The Case of the White Horse Mob

Greetings! for my first post I present to you all a story–that does not have a middle or ending. I thought that it would be fun to leave it up to you, the reader, as to what the next section of the story should be. I begin it, and you dictate how the rest of the story should play out. Whadd’ya think? Well, if you deem my writing worthy of your time and effort, go right ahead and read the next 585 words starting at the next paragraph. Then, if you are interested in dictating or just giving out an idea as to how the narrative should continue, comment below!

The steam of the coffee fogs up my spectacles as I sip the scalding liquid from my “Police Boss” mug. A sharp rap at the door causes me to glance up from my morning routine of reviewing papers and then shredding as many as I possibly can to gain desk space.

“The boys would like your help with a suspect down at the interrogation rooms boss.” It’s Jones, leaning halfway through the doorway of my downtown office. I sigh as I take off my glasses and rub my eyes.

“Yeah, okay.” I slide back my chair, thrust onto my feet, roll a few kinks out of my neck, and follow Jones out my office and down the police station hallway.

“Mind filling me in on what’s in store?” I ask the broad shouldered, clean cut young cop striding ahead of me. For answer, Jones hands me a yellow case file he’d been holding under his arm and falls into step with me.

“Aria Oscars, LA, California, originally from Freeport Indiana.”  He quotes from memory as I flip the file open to reveal a mug shot of a striking blue eyed, artificial red haired girl.

“She can hardly be more than eighteen or twenty.”  I muse as I shake my head. The youths these days…

“Isn’t she something? Looks more like a movie star then a criminal.” Jones shoves his thumbs through his belt loops as he nods at the photo. I glance at him and then back at the mug shot. His comment keeps me staring at it longer than I normally do. There is something about the girl doesn’t look criminal, her eyes don’t look sullen or cold, like the average crook; hers are scared, hunted, and helpless.

“It’s too bad she got in the wrong line of work,” Jones sniffs as we round a corner.  “Look at her record, boss.” I can hardly tear my eyes away from the eyes in the pictures, but when I do my feet are frozen in their tracks.

“23 years old, charged with dealing illegal drugs, running from police and for being an active member in the White Horse mob.” I whistle slowly.

“Well, we finally got our hands on another gang member.” I take a deep breath as I slowly begin to walk again, wondering why I suddenly felt depressed at finding out this kid was a part of the most blood soaked, out of reach mafia group I ever encountered in my twenty-five years of being a part of the LA 12th precinct. The girl is looking at me from the picture, her eyes boring into my heart. I snap the file shut as I speed up my pace. Get it together Harris! I give my head a shake of disgust. Am I going soft?

“Funny,” Jones mutters half under his breath as he matches my strides down the halls.

“What’s funny?” I glance at the young officer next to me. He hasn’t been in uniform more than five years, but he had soared through the ranks faster than anyone I’d ever seen. Buff and brains normally don’t end up in the same personage, but Jones is definitely an exception. He shrugs a shoulder at my question.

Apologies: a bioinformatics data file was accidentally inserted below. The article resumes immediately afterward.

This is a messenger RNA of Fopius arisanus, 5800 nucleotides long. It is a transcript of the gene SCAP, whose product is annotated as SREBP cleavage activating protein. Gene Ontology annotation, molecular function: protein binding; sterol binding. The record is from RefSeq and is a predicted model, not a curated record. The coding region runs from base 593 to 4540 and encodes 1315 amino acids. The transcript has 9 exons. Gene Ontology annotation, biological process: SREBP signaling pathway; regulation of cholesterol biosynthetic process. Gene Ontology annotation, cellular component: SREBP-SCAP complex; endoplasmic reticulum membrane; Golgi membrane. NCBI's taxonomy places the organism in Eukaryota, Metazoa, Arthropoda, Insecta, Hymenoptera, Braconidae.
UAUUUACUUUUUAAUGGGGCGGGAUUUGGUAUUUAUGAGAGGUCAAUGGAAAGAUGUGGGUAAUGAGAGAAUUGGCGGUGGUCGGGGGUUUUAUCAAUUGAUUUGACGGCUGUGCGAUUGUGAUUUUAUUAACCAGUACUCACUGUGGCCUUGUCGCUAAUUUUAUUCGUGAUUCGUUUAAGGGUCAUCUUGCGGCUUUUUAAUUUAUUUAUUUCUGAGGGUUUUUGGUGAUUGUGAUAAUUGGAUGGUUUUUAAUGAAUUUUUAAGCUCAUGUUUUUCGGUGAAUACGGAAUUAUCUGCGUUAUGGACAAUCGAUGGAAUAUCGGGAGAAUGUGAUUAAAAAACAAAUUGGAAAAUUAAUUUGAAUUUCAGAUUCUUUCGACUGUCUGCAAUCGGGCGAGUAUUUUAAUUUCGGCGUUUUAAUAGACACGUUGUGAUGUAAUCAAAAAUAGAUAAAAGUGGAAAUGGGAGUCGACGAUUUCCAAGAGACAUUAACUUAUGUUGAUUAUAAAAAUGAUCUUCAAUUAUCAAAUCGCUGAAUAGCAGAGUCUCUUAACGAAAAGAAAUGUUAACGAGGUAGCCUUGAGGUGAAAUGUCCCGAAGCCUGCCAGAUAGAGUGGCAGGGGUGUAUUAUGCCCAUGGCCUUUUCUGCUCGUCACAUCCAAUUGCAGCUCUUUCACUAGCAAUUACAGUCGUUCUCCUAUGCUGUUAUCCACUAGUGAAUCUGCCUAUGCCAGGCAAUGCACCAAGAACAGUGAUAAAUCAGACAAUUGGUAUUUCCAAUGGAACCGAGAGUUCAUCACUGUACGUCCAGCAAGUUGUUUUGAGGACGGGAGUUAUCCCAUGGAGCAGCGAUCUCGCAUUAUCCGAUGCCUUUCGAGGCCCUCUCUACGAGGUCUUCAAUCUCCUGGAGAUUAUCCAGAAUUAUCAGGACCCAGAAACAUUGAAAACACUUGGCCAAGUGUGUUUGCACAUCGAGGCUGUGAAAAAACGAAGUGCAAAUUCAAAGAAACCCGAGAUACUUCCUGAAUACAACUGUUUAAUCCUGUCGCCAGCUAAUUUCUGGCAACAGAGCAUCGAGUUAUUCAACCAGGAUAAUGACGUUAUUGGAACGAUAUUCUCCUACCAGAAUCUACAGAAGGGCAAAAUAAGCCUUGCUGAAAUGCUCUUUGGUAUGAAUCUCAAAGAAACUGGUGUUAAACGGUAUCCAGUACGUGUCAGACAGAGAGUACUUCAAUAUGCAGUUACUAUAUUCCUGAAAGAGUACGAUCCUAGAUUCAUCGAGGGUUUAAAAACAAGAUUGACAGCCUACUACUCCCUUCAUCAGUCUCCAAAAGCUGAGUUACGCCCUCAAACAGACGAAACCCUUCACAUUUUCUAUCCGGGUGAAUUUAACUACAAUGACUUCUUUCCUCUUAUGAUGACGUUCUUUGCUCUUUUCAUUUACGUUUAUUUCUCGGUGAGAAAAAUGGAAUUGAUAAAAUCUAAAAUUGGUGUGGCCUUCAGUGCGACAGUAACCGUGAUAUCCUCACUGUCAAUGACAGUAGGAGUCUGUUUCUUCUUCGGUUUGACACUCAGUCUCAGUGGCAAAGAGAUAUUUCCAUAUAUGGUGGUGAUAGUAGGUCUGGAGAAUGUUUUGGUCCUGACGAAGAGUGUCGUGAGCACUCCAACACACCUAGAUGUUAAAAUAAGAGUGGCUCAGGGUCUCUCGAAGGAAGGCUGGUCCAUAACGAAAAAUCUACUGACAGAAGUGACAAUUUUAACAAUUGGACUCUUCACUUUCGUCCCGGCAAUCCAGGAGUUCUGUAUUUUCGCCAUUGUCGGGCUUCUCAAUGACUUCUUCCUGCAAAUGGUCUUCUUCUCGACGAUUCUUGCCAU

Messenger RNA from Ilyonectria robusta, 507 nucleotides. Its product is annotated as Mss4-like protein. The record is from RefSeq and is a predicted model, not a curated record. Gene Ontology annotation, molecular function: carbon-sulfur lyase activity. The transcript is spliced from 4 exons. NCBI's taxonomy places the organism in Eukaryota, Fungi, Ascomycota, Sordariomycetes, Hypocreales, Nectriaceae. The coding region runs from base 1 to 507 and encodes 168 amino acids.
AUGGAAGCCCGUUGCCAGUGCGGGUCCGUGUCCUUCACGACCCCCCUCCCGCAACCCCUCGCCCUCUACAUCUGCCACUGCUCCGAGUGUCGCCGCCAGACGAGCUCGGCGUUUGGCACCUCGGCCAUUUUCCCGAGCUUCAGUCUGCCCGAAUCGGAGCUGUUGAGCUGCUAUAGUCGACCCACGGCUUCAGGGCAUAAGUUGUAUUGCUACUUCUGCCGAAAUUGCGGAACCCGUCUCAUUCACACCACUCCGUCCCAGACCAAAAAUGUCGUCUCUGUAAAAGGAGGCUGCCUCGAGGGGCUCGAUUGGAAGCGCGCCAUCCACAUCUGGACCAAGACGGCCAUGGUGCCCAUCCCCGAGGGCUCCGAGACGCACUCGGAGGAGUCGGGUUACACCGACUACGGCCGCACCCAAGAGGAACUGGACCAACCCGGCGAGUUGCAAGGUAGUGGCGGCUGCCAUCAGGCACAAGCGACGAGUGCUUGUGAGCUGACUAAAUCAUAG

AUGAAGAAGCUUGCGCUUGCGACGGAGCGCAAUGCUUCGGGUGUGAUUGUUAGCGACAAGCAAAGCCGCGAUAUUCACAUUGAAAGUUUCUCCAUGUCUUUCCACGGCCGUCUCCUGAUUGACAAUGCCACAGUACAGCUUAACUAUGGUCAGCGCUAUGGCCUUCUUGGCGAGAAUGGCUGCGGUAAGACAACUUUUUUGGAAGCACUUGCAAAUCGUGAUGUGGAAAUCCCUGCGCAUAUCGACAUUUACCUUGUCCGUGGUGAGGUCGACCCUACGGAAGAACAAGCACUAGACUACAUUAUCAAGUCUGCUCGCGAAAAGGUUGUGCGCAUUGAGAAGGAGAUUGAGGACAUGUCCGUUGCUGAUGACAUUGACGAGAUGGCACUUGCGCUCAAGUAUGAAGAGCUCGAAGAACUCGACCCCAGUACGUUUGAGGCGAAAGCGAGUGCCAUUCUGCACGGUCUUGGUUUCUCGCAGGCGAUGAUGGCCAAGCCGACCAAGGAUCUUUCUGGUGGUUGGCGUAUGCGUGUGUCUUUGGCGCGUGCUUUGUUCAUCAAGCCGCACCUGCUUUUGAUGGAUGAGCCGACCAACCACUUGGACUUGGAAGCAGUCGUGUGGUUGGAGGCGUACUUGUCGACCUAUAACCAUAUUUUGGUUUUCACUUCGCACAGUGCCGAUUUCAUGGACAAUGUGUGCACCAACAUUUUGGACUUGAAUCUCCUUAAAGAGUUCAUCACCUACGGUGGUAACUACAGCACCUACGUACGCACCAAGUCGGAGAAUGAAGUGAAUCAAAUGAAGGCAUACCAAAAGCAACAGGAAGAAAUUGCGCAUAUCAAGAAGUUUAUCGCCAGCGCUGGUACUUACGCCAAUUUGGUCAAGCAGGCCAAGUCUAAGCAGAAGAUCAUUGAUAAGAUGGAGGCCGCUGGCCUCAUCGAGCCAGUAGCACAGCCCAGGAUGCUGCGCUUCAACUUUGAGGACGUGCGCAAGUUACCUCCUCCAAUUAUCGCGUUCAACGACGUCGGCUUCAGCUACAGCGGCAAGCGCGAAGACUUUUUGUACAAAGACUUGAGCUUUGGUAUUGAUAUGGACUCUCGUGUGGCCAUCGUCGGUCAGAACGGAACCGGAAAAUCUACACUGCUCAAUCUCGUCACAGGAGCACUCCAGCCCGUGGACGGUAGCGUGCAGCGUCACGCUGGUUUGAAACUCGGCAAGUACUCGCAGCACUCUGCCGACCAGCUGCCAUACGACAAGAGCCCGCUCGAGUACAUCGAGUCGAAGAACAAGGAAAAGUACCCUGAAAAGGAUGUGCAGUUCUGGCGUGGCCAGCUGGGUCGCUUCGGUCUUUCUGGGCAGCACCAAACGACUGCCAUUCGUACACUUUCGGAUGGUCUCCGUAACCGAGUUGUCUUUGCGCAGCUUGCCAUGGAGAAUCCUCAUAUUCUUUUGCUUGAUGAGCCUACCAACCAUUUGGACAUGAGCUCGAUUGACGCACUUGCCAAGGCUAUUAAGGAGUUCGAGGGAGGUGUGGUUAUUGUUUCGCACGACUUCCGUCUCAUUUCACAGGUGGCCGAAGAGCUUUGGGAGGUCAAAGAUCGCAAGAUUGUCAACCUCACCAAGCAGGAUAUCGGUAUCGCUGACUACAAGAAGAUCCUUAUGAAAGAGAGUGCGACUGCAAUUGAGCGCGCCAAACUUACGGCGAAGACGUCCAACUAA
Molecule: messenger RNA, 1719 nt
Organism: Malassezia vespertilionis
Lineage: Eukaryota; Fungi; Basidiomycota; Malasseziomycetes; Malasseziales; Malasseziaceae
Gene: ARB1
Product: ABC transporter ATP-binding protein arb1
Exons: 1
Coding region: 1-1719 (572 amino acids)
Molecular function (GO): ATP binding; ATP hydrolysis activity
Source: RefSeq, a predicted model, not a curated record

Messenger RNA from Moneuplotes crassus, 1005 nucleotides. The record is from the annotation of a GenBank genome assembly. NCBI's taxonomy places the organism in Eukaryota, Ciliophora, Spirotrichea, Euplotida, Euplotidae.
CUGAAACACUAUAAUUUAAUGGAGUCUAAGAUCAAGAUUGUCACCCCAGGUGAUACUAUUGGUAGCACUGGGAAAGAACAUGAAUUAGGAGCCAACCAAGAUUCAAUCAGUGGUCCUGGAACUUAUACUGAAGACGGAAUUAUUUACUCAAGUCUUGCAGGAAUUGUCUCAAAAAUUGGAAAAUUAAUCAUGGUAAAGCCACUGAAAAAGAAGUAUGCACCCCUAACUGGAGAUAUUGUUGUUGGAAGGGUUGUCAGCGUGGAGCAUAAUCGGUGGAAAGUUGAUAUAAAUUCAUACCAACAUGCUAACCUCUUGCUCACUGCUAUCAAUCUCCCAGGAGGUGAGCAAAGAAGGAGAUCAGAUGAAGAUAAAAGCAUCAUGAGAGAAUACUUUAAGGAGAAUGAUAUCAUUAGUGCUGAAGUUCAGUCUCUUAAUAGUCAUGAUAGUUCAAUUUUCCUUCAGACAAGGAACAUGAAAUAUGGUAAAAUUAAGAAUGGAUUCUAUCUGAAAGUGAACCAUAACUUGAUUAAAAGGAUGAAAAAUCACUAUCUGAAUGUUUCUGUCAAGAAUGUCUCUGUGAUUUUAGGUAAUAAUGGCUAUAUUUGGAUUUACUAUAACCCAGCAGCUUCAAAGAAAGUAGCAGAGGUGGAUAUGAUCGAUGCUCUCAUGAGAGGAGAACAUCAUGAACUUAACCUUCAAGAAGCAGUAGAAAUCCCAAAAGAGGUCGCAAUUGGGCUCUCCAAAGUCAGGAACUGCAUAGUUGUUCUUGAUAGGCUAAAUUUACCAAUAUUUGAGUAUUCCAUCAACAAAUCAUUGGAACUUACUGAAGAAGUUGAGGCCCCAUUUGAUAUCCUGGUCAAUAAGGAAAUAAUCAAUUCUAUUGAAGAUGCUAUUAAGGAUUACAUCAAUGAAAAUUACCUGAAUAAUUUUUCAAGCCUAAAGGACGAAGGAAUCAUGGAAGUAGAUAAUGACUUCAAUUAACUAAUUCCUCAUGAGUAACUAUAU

“Not funny…just, she doesn’t look like a druggie or even a gang member to me,” He meets my gaze and hurriedly explains. “I mean, she just doesn’t fit the gang member criterion. No tattoos, piercings.”   He taps the folder in my hand to back his point. I look at him critically as we approach the holding cell. Is it just coincidence that he has the same exact thoughts I do?

“I know, I know, all that’s gold don’t glitter.” He acknowledges with a hand raised, as if he thinks that’s what I assessed of the situation.  A dry smile tugs at the corner of my mouth.

““You took the words right outta my mouth.” I concede wryly as I hand him the file and open the door to the viewing area.

Now it’s your turn. The next scene is where detectives Harris and Jones meet Aria Oscars. What do you think she is like? Is she truly a gang member, or is Jones onto something? Your wish is my command! Voice out your ideas and concepts in the comments below and the most popular opinion will become scene two.

6 thoughts on “The Case of the White Horse Mob”

  1. Jenna this is awesome!!! I am so proud of you!!! I am really tired right now so i cant think of much for you idea wise, but perhaps in the next chapter/part of your story, they meet the girl and she convinces them with out trying that she is innocent and they make a deal with her to help take down the white horse mob???

    Liked by 1 person

  2. For the sake of the audience and myself, a quick question, by ‘the most popular idea’ do you mean the one that gets the most likes?…

    Liked by 1 person

  3. What if when they meet, they try to get her to talk, but all she will continually say is that she’s been framed? But she accidentally drops some hints that she knows more about the White Horse mob than Harris and Jones would’ve thought. Like she was never involved with the game, but because she was framed, she learned little pieces of information. Harris and Jones pick up these hints in her story and confronts her about them, and then Aria feels like she can trust them and lets them in on an obscure, game-changing secret she had learned about the mob.

    Liked by 1 person

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